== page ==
[caption id=”attachment_643” align=”alignleft” width=”64” caption=”Pegs vs Triads”][/caption]I’ve had two very different iPhone gaming experiences over the last few weeks: Peggle and Grand Theft Auto: Chinatown Wars. It’s safe to say I got completely addicted to Peggle, but when it arrived I couldn’t resist the temptation of having the GTA universe in my pocket too. After shelling out the almighty sum of £5.99 on the sandbox triad-‘em-up, I discovered that there were many aspects of playing/using Peggle that make it a better fit on the iPhone than GTA. Let’s break down how these very different experiences manage the transition to a hand-held, “casual” gaming platform. What exactly does “usability” mean in this context?
1. Minimise cost of entry/exit - Instant on, instant off
If there’s one thing that most characterises the mobile gaming experience, it’s the difference in playing cycle frequency and duration. As this highly unscientific graph shows: [caption id=”attachment_664” align=”aligncenter” width=”300” caption=”Gaming intensity over an 18 hour period”][/caption]Players of a console game are much more likely to be giving the game their full attention, for potentially extended time periods. As such we expect them to give back experientially; rousing scores, scene-setting cinematics. How well do GTA’s movie stylings transfer to the 3.5” screen? Fairly well, as it turns out.
Handheld games need to be able to be picked-up and played, and similarly, put-down, in a flash. It’s just not feasible to insist on finishing a mission, returning to a safe-house etc, before the game can be safely stopped. You don’t want to lose the last few minutes progress just because you’ve arrived at your destination. Peggle has a few wrinkles here, the only times it crashed on me was after unlocking the phone to continue a game, but generally it’s perfectly paced for snatched play; each ball lasts a few seconds, and each game only a few minutes. Furthermore when resuming a game you can instantly see the number of blue and orange pegs remaining and therefore gauge game progress at a glance. Having a free-roaming city to explore is a fantastic experience, but keeping track of where you are requires more mental effort/investment.
2. Support restricted input - One-handed operation
Personally, I get a few good hours a week of gaming time on the tube. Unfortunately most of that is while hanging from the hand-rails amongst a crowd of other commuters. This one-handed playing style is completely incompatible with GTA’s control model; the driving requires one hand for the accelerator, brake etc, and another for the directional controls. The overall pacing of the game is also important; twitch gaming doesn’t fit well with being buffeted around on the underground, but board-game style pacing is largely unaffected.
3. Degrade output gracefully - Shhhhhh!
GTA is most definitely a multi-sensory experience. The radio soundtrack that kicks in as you jump into a ‘jacked motor. The ambient sounds of the city as you stalk the sidewalks looking for unsuspecting victims to eviscerate. Peggle has its own rousing soundtrack of course, Ode to orange peg Joy, but it’s much more of an ancillary aspect of the game. You can safely turn it off and it’s not going to reduce your ability to play, or alter the play experience. The importance of this becomes apparent whilst enjoying a surreptitious few minutes of fun in, say, just for example, err, the toilets at work. Not that I would ever do that, obviously…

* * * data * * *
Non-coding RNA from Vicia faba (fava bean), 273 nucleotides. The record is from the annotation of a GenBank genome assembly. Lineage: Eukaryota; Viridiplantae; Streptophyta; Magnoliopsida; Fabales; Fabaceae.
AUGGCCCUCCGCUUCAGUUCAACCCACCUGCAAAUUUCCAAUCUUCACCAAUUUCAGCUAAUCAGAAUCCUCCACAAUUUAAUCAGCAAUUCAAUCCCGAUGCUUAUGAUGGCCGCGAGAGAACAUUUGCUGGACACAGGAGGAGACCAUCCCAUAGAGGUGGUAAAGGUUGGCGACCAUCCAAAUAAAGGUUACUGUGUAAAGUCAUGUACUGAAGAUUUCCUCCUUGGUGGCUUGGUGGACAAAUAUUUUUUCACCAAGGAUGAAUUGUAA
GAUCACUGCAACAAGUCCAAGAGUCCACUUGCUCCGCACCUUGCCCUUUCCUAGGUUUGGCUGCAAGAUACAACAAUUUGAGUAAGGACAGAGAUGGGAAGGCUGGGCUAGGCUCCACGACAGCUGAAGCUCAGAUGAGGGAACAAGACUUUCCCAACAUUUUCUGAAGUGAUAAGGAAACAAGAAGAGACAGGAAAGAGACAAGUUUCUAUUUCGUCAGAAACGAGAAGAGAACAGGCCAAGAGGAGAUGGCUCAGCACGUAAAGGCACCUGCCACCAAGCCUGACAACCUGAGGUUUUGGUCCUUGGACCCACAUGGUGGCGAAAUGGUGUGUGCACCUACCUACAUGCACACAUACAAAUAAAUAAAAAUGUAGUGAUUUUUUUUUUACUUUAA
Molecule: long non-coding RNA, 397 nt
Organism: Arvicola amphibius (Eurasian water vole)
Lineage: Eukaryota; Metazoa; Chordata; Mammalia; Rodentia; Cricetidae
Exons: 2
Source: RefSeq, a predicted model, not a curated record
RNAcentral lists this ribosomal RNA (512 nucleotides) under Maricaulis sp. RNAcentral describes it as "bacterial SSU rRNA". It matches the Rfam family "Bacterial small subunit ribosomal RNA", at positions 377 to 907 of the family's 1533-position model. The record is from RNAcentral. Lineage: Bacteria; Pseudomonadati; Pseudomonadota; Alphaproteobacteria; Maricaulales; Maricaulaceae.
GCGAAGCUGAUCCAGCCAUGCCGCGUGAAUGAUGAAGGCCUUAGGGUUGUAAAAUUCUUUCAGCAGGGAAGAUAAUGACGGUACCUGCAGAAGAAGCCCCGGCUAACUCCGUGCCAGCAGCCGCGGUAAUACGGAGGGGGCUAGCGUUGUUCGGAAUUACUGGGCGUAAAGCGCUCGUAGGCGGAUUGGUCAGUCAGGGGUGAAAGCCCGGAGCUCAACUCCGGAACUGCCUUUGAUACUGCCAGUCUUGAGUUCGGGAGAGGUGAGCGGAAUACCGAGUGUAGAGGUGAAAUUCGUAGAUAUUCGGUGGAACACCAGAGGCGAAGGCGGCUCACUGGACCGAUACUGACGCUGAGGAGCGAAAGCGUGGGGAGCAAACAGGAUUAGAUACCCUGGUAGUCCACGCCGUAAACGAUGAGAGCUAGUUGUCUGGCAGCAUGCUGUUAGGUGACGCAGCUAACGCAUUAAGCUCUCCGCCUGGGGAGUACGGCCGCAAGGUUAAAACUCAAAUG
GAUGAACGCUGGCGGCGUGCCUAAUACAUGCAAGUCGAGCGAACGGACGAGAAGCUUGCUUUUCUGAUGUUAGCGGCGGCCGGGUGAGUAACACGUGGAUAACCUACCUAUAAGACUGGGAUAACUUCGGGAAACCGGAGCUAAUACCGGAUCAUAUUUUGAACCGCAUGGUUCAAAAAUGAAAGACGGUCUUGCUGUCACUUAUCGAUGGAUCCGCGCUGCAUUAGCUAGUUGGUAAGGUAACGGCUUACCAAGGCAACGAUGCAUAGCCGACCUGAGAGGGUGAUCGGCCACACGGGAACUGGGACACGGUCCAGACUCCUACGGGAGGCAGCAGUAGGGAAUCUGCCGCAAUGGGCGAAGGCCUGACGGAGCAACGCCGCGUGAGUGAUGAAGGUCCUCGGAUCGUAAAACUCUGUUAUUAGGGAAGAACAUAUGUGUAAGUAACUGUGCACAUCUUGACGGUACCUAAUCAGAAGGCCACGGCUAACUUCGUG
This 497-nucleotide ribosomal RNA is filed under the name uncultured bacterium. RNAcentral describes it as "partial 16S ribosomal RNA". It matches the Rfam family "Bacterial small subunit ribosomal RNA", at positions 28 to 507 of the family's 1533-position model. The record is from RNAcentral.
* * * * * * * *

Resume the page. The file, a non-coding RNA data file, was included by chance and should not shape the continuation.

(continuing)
4. Work with device restrictions - Physicality
One of the things I found most jarring about the translation of the GTA experience to the iPhone is the very thing that makes the iPhone what it is: the touch screen. It’s just odd not having the haptic feedback on a stick, especially when you’re virtually pushing a car round a tight corner, or trying to chase someone down the street. I just felt like I needed to feel the limits of the controls. Part of the reason for this is the fact that you’re essentially controlling physical objects directly, whereas Peggle is much more abstract - albeit fundamentally based on the concrete physical behaviour of a falling ball.
…but which is best?
The answer? Who knows! The fact is they’re completely different experiences, so it depends what you’re looking for. The thing about smartphones, portable gaming devices etc, is that people use them in a vast array of different environments and in very different ways. Personally I don’t want a console replacement, but I do enjoy console-like experiences on the go every once in a while. I’m willing to change the way I use the phone - at least temporarily - to accommodate that. But I also love a game that fits perfectly with the way I already use my device; especially if it happens to be incredibly addictive, with simple but emergent game-play. These days I’m a real casual gamer, having to grab what time I can between work and the family, so having something that I can enjoy in 30 second segments on my own terms is a real pleasure.
It will be interesting to see how developers, gaming and otherwise, deal with the different usability requirements of these emerging platforms. These factors could quickly become important differentiators in a crowded market.